Arjun Dayal makes and donates medical masks


Credit: Shashi Dayal

Junior Arjun Dayal has joined the fight against COVID-19, 3D-printing protective masks, and sending them to hospitals around the country. The shortage of PPE, or personal protective equipment, has been a hot topic in recent coverage of COVID-19 as doctors and nurses are overloaded with the sheer quantity of cases in coronavirus hotspots like Manhattan and Westchester. Arjun’s initiative to help health care workers has been a lifeline for many in the industry, who are fighting this pandemic head-on.
“They came at just the right time when we were feeling neglected and in desperate need of PPE,” a doctor from Mount Sinai is quoted as saying in thanks on Arjun’s website.
Every day, we hear news from the frontlines about how COVID-19 is devastating American hospitals. Doctors and nurses have to ration and reuse protective gear, the costs of supplies are steadily increasing, and hospitals are running out of ventilators and other crucial equipment. It seems like the only thing we can do right now is stay home, stay safe, and stay healthy.
Doing this may limit the number of cases doctors and nurses deal with daily. And though it’s hard to feel brave or helpful when in the safety of our own homes, Arjun Dayal has proved that it is not impossible.
“When the COVID-19 crisis started, I found out there is a real shortage for PPE’s in the US, and wanted to find out how I can help,” Arjun explains on his website. He started this service project during spring break and has been working on it “every free minute” since.
“The whole process of testing designs and coming up with the final design took about a week.” Including, workshopping through different styles, altering them, producing prototypes, and working with some Hackley teachers: “I was lucky to get help from Hackley teachers, namely Mr. Dioguardi and Ms. Coble. Mr. Dioguardi has been h

elping me manufacture the masks and shields on the Hackley 3D printers, and Ms. Coble has been helping me find materials I need to produce the face shields and masks.”
Arjun had some experience before starting this project which, to some extent, prepared him to help. He joined a robotics team in 2017, bought a 3D printer, designed robots from scratch, built 3D-printed prosthetics for charity, and overall had a good background in design and machine printing. However, Arjun never had to deal with such robust demand for his products before on the robotics team.
“From the time I got my first order of two masks and two shields to my big orders, it must have only been a couple of days. Nothing I’ve ever done has prepared me for that kind of growth of orders that quickly. I had to rewrite the playbook when it comes to production, so I came up with a system that would be the most efficient of getting the masks and shields 3-D printed all the way to assembly,” which now involves laser cutting the face shields and using both a Prusa i3 MK3 printer and a Lulzbot Taz Workhorse, highly-rated and powerful machines, to keep up with the demand.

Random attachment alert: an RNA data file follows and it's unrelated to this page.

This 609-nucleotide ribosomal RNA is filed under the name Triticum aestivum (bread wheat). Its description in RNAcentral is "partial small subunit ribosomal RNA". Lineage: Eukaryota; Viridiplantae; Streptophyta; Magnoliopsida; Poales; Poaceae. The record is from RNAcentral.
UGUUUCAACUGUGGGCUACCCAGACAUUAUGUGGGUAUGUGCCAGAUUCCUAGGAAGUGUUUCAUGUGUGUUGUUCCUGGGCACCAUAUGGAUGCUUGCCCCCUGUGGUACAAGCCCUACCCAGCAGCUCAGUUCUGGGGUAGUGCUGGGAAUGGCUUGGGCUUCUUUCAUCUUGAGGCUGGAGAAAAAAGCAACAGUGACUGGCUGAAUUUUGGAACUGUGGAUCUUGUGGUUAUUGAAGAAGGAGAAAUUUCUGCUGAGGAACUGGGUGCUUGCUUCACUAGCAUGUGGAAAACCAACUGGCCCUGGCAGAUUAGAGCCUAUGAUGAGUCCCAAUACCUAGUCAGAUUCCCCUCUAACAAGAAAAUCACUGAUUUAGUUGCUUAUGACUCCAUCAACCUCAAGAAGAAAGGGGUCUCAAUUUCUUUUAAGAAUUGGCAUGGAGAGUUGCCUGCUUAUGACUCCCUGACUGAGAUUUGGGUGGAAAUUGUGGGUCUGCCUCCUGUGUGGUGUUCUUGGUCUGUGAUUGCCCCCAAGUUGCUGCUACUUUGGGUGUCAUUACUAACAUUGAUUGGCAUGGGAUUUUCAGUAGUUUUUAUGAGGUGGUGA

“I worked in a room that I wouldn’t be in usually, wore a mask and gloves and got to work,” Arjun said, taking all the precautions necessary to ensure the safety of himself and the hospitals he was donating to.
“There is still debate about how long the virus survives on plastic, but most sources mention 2-3 days. That means that by letting the packed face shields sit for 2-3 days before distributing them, you’ll greatly reduce the risk of transmission,” Arjun wrote on his website.
Arjun took serious safety measures to ensure that his Montana Masks and RC3 Face Shields are sterile enough for a working hospital: He says that he wears “a face mask and a fresh pair of gloves when collecting each batch of printed parts,” before storing the parts in a “sealable bag.” Arjun also advises customers to spread their orders out upon arrival in order to avoid cross-contamination.
“For the initial donations I made to hospitals, my parents had purchased the necessary materials to produce the masks and shields. However, after I got media coverage from Fox, ABC, News12, and others, my friends and family reached out and wanted to donate in their own way to the initiative. All the funds I have received will be used towards current and future orders,” Arjun said.
The pandemic pushed medical professionals to the frontlines of danger. It’s hard to even comprehend what they are coping with on a daily basis, but Arjun has proved that it doesn’t make sense to add inefficient stores of protective gear to the list when we have the equipment and information we need to outsource production.
Like Arjun, Hackley sophomores Zach and Zara Yusaf are making 3-D printed masks to protect healthcare workers. Although the burden of care often relies on too few with too little, people like Arjun, Zach, and Zara can provide very meaningful service with little experience on the standards of PPEs or in the medical field.